Understanding the results of HGP research requires a familiarity with the notions of basic genetics. Unlike other disciplines that evolved over centuries, modern genetics began abruptly with the rediscovery of Gregor Mendel's work, and within a few years, fundamental concepts were elaborated and the foundations of genetics established. Because genetics developed so rapidly in just a few decades after 1900, the literature of that period constitutes a valuable resource even now. It may be read profitably by students and scientists wishing to understand the foundations of their field, as well as by laymen or historians of science. Unfortunately, the early literature is rapidly becoming almost inaccessible. Newer libraries do not hold older journals and even established libraries are moving their materials from that era into hard-to-reach (and impossible to browse) long-term storage in remote warehouses.

To be sure, key studies from the early work are discussed in nearly all textbooks, but a comparison of these presentations with the actual literature shows that most textbook treatments have essentially mythologized the early work so that real understanding is lost. There have been several collections of classic works developed over the years (although none lately), but these suffer from the effects of the necessary, but nonetheless pernicious, highly selective sampling that accompanies these projects. Such selectivity, coupled with introductions that offer essentially modern interpretations of the work, obscure the intellectual rigor and excitement of the original efforts.

To address these problems, the Electronic Scholarly Publishing project was established to republish classic literature in genetics in electronic form, so that access to these essential works will be trivially easy for all those with access to simple web-browsing software.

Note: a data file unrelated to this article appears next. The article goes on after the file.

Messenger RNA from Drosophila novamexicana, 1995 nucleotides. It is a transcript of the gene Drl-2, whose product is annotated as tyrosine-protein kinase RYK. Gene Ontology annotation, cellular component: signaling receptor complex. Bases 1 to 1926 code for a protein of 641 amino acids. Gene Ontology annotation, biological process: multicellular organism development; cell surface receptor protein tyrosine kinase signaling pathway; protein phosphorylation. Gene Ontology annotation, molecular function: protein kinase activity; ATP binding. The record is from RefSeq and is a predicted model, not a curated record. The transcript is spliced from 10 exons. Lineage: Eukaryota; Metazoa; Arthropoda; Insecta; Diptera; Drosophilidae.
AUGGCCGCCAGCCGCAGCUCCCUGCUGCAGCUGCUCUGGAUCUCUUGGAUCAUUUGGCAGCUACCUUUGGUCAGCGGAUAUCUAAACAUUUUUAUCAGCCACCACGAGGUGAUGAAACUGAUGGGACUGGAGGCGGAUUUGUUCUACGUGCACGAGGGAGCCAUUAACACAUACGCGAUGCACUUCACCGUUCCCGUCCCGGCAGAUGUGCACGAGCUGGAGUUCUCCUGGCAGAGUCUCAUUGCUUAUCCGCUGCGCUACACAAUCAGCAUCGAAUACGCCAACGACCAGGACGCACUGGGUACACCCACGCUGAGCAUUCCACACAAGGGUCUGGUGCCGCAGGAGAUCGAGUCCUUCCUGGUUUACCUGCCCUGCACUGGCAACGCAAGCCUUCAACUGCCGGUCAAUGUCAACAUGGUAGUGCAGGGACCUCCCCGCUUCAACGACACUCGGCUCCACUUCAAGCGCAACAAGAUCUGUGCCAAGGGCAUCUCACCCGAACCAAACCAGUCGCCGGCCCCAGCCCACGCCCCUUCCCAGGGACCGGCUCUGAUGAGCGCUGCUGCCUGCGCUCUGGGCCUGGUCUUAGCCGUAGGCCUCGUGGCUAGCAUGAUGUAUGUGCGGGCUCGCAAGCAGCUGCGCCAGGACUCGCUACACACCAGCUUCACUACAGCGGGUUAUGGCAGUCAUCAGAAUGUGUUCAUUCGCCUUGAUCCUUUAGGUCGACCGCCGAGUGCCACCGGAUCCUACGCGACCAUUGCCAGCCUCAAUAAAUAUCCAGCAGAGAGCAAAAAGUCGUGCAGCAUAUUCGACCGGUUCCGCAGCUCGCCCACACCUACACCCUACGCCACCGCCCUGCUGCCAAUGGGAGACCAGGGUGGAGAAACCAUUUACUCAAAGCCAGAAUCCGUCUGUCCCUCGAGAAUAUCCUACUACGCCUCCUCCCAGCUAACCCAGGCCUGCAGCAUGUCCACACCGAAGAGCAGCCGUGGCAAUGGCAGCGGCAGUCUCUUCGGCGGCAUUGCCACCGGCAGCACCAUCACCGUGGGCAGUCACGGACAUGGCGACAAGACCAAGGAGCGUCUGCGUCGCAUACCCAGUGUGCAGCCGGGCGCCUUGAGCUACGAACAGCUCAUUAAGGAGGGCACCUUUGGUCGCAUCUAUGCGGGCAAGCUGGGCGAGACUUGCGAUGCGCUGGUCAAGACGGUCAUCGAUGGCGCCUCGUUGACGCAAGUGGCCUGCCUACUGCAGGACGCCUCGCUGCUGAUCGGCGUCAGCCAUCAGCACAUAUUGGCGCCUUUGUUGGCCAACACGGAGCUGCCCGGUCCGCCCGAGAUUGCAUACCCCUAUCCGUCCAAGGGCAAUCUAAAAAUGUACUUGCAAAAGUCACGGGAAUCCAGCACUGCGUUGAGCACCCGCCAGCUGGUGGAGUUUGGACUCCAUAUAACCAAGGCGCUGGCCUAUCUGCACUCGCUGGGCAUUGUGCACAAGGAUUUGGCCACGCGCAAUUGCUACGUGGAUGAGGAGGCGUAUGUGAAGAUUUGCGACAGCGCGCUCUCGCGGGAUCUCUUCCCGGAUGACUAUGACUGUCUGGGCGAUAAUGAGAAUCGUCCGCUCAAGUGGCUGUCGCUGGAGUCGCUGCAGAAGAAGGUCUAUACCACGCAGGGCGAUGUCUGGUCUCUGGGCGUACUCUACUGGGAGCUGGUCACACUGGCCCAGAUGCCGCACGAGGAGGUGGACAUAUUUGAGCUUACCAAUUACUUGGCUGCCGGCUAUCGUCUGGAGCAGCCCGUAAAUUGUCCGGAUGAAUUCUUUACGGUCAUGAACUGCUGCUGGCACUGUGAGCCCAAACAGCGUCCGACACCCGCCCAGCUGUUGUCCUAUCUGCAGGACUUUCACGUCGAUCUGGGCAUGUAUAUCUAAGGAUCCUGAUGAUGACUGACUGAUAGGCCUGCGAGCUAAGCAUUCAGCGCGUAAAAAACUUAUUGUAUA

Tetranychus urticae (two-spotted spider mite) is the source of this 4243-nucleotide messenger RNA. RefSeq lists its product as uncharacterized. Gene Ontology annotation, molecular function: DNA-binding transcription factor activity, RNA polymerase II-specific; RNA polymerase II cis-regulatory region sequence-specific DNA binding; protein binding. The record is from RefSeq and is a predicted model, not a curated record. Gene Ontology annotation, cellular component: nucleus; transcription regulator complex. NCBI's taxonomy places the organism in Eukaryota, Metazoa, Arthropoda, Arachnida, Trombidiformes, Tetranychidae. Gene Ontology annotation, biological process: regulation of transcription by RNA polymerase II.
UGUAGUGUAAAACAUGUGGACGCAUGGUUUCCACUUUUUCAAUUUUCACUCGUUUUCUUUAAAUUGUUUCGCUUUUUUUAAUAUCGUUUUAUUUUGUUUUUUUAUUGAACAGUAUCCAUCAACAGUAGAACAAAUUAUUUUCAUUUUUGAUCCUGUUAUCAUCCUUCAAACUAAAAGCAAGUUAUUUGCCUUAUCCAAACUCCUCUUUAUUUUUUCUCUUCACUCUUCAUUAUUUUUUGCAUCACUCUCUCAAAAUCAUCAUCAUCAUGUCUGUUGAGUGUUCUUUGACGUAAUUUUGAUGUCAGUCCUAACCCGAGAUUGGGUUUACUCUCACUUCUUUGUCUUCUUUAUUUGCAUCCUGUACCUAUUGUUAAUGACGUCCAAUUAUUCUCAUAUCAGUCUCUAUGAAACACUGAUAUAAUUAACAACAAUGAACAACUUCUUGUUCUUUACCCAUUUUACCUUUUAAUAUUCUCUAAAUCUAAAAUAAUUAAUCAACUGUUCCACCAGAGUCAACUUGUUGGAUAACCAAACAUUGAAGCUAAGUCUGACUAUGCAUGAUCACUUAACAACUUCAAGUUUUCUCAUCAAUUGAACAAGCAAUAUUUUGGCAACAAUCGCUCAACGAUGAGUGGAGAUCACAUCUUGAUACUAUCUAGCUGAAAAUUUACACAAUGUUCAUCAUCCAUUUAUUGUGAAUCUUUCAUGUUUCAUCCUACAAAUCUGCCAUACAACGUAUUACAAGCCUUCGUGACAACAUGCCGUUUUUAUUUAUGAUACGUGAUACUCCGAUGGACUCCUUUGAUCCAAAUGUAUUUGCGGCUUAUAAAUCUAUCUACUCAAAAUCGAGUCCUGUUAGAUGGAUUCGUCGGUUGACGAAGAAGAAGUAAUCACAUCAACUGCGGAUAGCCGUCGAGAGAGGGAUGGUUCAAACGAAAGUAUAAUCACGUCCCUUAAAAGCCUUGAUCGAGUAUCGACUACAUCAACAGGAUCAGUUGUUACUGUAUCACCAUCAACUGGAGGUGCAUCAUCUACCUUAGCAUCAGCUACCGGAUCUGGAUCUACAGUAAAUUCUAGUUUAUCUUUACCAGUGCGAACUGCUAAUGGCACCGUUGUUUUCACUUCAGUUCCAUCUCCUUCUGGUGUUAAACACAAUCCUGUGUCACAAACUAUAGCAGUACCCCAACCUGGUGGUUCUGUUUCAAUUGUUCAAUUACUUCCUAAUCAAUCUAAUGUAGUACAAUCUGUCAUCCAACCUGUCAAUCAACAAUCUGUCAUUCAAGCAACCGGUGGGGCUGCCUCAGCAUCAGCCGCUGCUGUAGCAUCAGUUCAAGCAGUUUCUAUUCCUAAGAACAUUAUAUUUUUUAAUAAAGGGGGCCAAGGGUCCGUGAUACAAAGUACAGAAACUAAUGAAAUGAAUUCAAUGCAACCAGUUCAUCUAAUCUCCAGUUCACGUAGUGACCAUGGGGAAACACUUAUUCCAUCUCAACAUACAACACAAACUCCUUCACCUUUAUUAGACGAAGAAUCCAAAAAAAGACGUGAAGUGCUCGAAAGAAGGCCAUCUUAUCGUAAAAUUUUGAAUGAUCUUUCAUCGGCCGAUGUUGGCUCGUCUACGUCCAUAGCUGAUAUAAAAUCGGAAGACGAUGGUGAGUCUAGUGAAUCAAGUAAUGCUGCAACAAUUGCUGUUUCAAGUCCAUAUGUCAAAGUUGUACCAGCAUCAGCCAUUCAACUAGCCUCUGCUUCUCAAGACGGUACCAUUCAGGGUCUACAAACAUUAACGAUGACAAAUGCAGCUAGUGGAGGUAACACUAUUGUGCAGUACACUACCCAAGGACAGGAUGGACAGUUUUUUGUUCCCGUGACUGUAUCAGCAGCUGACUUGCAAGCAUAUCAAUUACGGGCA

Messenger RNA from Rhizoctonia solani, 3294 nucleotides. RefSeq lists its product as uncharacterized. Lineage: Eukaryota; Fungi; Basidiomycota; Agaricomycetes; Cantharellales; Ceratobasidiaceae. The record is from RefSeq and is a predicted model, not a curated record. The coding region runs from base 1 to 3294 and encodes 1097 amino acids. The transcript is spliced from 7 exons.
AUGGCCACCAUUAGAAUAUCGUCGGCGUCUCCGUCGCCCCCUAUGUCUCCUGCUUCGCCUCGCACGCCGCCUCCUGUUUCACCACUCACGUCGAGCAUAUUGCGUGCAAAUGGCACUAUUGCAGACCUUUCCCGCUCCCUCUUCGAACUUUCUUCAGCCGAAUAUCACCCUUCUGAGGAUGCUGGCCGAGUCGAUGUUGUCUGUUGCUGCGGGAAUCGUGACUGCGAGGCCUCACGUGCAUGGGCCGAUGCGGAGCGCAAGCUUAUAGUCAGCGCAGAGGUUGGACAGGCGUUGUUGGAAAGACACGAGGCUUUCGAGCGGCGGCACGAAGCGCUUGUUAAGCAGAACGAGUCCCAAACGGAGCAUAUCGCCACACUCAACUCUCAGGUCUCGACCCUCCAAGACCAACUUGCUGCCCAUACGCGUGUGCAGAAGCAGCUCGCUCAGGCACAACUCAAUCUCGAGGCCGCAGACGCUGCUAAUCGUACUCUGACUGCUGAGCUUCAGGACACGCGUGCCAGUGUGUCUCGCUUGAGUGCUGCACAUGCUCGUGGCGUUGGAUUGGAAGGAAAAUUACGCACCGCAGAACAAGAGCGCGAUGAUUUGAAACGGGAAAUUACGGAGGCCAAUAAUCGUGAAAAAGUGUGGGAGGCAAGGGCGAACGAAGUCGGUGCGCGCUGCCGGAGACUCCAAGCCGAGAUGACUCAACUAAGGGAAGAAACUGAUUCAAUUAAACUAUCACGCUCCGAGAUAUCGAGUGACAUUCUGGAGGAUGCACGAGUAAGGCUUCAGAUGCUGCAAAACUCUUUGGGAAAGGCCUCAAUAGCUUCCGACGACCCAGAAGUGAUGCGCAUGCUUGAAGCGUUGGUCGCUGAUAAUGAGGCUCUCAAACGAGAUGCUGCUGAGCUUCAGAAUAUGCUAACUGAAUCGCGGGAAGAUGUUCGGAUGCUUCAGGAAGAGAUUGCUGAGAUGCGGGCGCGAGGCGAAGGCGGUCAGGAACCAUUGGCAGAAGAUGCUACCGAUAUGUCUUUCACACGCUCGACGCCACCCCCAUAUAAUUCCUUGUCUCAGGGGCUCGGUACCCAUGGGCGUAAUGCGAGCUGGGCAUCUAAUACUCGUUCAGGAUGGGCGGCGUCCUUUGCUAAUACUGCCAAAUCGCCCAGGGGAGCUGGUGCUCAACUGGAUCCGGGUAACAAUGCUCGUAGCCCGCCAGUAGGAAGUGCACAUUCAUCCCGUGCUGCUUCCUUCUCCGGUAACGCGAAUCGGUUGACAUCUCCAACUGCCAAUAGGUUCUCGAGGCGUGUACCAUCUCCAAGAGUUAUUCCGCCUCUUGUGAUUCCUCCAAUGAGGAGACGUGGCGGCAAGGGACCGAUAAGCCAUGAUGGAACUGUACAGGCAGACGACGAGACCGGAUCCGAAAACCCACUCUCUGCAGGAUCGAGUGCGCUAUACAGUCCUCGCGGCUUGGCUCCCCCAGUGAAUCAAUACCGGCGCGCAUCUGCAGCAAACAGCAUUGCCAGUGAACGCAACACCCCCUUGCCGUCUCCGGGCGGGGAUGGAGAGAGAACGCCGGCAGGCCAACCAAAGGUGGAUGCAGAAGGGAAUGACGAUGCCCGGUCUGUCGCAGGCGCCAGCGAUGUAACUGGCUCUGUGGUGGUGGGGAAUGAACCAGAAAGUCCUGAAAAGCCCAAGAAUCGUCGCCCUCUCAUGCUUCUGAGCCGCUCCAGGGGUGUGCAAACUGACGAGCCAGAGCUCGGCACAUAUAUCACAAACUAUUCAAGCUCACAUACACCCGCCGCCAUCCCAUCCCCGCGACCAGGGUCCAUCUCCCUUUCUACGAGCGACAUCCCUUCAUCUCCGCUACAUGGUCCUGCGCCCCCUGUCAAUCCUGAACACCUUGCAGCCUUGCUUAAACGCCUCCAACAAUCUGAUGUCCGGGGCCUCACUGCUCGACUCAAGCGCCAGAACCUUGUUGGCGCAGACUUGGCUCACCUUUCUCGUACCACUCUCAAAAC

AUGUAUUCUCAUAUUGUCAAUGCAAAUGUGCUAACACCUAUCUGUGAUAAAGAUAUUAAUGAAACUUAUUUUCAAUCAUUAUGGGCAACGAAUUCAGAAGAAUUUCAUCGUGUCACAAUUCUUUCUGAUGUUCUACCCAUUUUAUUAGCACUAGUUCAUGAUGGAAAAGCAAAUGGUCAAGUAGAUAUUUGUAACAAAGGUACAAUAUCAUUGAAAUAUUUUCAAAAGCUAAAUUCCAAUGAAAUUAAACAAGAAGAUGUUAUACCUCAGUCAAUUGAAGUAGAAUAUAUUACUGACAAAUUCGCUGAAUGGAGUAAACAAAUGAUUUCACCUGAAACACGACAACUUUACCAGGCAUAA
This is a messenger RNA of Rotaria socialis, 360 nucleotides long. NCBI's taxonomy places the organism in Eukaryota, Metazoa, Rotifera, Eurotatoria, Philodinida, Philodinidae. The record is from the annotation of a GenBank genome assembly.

Making the results of genome research widely available and accessible (both intellectually and physically) is a key goal of the ELSI component of the Human Genome Project. By providing interested parties worldwide with ready access to the intellectual foundations of genetics, the proposed electronic-publishing project will greatly facilitate the achievement of that goal.

Old Page Content

To assist users in relocating material they have used on the old site, we will (temporarily) provide access to a copy of the old site's equivalent page (below), running on a separate server.

This temporarily maintained old site will not be updated, so you should switch to the new design as soon as possible.

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Foundations Series

Foundations of Classical Genetics was the original entry in the Foundations Series created by the Electronic Scholarly Publishing Project. This page is the new version of that document.

The new improved and expanded Foundations Series will include all of the old content and functionality, along with new topics, new material, and new features.

Be sure to check out the new Reading Lists and Essays sections.

If you are in a hurry, note that a copy of the old Foundations of Classical Genetics page is available (temporarily) at the bottom of this page.

ESP now generates lists of the most popular downloads for the last day, week, month, year. Click HERE to see what others in the ESP community are downloading.